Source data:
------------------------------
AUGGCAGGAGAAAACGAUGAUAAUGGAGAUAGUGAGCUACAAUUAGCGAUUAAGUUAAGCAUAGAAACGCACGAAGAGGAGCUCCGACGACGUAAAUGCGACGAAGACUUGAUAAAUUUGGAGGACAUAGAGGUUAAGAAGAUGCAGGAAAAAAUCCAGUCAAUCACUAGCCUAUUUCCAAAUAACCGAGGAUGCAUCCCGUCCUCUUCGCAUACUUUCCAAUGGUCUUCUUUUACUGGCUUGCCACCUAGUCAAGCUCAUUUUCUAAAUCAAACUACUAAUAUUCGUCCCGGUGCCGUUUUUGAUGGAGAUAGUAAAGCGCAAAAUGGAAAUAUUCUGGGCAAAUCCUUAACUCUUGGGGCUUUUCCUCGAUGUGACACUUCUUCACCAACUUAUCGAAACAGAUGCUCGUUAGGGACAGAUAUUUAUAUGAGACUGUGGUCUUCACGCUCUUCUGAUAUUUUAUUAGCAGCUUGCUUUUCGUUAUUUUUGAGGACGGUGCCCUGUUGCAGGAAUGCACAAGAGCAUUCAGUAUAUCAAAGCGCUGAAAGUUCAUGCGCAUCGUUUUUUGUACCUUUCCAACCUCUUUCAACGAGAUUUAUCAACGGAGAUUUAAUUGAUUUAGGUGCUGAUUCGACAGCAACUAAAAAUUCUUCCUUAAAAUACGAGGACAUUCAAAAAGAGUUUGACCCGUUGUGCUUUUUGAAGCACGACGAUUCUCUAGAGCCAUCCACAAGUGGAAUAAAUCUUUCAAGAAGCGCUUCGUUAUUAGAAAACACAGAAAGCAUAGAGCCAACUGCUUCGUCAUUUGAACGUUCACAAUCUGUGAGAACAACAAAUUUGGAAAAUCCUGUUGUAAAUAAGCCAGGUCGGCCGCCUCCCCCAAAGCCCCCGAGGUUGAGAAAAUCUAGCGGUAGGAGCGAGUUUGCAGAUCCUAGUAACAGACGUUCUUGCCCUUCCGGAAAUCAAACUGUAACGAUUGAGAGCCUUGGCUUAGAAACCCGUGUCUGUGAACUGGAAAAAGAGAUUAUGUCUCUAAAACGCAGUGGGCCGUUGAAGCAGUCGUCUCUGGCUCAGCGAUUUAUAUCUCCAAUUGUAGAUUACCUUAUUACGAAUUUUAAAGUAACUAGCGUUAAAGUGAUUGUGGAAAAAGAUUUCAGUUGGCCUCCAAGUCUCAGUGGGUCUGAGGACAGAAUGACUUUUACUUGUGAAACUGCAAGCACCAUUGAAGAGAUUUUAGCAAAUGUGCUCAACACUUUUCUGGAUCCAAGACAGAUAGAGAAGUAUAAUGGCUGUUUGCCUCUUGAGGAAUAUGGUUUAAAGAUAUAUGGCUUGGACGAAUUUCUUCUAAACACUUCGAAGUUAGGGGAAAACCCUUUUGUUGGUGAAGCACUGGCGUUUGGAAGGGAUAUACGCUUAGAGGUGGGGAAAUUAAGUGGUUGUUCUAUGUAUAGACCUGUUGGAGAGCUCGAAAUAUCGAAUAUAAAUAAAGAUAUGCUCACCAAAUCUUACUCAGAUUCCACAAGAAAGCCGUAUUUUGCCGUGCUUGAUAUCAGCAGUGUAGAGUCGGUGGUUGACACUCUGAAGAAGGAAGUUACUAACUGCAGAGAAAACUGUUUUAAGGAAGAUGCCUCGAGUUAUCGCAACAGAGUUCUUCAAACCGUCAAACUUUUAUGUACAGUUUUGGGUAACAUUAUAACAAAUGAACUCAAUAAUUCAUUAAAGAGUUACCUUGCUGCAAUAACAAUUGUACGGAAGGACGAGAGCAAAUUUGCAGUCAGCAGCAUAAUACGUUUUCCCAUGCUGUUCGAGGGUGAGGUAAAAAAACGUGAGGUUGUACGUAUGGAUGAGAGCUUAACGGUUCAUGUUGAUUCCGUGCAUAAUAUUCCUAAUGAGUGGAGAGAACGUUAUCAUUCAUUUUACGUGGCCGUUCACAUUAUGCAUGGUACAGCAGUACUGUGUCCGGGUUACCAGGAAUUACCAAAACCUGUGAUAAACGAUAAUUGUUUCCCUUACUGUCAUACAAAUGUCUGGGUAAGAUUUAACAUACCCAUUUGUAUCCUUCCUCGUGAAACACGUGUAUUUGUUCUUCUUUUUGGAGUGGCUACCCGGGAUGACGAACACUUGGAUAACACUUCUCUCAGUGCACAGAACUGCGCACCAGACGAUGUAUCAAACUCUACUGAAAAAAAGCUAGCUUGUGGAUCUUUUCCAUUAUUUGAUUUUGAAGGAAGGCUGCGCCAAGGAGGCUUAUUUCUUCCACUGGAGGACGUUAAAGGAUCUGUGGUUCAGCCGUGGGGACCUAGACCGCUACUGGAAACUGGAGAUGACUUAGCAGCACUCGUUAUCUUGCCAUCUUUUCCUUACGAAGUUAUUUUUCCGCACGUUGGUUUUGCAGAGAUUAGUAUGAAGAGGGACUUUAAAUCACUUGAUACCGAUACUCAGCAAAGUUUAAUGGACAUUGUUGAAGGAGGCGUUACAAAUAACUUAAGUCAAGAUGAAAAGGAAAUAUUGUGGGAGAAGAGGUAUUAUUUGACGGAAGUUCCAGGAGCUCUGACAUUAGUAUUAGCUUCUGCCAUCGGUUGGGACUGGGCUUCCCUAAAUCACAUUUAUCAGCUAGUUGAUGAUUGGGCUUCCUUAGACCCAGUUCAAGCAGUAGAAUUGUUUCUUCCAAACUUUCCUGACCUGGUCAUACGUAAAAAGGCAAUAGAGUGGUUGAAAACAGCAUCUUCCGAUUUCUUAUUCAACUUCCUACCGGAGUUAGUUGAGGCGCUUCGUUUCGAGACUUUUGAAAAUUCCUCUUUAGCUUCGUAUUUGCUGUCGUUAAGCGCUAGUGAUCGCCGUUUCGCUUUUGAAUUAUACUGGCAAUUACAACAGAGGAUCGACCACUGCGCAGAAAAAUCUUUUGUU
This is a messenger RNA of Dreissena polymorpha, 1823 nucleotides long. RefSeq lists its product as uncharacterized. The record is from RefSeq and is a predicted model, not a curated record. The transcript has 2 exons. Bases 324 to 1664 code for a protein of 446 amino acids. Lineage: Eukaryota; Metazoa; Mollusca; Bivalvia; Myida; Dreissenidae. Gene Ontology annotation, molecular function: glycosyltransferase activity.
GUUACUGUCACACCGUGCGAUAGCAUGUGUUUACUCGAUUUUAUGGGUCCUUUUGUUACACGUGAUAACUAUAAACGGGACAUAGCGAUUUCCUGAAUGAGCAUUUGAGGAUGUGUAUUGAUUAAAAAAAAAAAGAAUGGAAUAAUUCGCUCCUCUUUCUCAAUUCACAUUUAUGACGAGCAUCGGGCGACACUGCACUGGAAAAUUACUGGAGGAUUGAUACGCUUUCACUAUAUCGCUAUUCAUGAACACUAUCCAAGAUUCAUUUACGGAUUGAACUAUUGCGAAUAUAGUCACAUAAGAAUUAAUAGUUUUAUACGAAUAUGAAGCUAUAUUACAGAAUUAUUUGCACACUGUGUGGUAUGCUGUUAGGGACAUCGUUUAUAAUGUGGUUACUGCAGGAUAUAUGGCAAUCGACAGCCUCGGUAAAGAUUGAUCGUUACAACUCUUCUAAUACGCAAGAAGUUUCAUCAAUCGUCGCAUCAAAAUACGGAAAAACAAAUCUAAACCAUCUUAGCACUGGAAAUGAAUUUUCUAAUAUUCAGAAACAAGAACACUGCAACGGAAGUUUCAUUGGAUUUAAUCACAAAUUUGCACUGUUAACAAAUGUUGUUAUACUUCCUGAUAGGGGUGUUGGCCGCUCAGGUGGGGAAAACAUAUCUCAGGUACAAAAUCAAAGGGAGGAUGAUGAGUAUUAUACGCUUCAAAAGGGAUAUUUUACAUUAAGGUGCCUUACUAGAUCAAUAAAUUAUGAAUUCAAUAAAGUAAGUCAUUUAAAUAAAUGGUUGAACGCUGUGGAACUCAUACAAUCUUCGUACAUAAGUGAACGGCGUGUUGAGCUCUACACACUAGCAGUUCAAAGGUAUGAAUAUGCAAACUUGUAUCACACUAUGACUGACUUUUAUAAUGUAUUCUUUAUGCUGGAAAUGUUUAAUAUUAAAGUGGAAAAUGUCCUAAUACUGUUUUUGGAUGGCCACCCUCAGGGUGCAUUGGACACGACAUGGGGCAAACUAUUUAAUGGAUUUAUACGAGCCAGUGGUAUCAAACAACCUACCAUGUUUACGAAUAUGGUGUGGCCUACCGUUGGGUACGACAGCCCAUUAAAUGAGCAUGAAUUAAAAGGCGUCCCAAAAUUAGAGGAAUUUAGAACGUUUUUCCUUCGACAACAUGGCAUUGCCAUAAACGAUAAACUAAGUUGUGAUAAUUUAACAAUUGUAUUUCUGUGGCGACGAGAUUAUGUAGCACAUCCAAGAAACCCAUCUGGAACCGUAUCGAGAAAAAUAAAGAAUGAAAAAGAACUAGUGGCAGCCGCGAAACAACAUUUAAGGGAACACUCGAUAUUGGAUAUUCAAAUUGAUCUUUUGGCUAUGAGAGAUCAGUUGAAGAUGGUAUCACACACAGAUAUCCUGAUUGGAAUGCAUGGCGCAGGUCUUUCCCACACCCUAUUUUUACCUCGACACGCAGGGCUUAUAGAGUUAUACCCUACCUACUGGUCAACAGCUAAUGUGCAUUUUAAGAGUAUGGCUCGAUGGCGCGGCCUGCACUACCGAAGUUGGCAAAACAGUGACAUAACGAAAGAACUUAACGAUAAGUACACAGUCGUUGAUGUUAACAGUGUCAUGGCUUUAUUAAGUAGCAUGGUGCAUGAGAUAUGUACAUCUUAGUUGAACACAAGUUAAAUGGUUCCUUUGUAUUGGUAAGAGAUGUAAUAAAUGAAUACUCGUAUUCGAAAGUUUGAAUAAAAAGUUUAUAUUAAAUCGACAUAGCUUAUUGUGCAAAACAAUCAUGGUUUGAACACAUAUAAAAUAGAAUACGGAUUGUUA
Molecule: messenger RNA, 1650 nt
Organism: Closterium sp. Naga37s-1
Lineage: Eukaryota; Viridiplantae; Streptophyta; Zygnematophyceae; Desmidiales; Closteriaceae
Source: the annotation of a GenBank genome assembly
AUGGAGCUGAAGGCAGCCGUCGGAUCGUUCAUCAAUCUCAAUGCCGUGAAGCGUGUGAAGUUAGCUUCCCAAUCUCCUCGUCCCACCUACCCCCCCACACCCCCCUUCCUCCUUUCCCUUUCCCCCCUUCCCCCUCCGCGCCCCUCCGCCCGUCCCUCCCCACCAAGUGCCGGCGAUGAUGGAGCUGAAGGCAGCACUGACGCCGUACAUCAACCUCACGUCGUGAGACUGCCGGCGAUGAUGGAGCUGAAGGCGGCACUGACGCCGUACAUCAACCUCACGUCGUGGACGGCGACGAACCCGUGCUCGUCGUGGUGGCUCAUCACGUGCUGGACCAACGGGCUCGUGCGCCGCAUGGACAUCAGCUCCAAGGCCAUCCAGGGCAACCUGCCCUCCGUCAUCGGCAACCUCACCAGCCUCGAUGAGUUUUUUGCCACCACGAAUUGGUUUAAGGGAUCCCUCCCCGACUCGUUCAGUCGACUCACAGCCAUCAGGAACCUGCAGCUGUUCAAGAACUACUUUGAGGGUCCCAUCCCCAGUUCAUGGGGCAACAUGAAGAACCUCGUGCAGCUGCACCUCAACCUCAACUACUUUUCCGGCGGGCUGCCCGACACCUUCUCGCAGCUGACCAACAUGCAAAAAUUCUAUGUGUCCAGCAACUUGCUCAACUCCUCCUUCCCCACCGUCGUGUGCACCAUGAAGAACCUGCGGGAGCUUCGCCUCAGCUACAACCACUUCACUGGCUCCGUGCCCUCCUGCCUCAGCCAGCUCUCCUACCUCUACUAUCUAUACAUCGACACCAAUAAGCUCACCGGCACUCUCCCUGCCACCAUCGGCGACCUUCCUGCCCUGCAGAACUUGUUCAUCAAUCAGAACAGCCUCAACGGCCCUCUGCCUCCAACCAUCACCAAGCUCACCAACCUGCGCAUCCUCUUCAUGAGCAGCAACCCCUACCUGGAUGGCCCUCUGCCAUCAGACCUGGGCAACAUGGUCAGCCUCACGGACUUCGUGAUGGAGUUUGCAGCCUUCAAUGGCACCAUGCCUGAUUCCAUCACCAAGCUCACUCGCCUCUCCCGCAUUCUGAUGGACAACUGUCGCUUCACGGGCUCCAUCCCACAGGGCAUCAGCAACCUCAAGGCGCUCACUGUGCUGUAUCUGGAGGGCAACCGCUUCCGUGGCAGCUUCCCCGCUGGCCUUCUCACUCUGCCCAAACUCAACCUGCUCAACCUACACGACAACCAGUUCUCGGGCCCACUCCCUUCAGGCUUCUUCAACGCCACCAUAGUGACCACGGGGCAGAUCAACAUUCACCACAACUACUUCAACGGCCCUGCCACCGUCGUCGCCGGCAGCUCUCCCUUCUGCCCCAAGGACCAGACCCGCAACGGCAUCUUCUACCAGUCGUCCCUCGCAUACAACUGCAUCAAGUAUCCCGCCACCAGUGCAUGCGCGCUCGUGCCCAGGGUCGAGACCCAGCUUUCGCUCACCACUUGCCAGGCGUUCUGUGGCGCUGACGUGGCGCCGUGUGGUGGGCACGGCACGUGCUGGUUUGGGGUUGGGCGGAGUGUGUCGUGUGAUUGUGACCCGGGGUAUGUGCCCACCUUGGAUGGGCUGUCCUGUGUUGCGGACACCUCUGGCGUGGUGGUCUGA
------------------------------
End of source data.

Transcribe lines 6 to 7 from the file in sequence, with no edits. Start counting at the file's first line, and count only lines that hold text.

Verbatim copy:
Lineage: Eukaryota; Viridiplantae; Streptophyta; Zygnematophyceae; Desmidiales; Closteriaceae
Source: the annotation of a GenBank genome assembly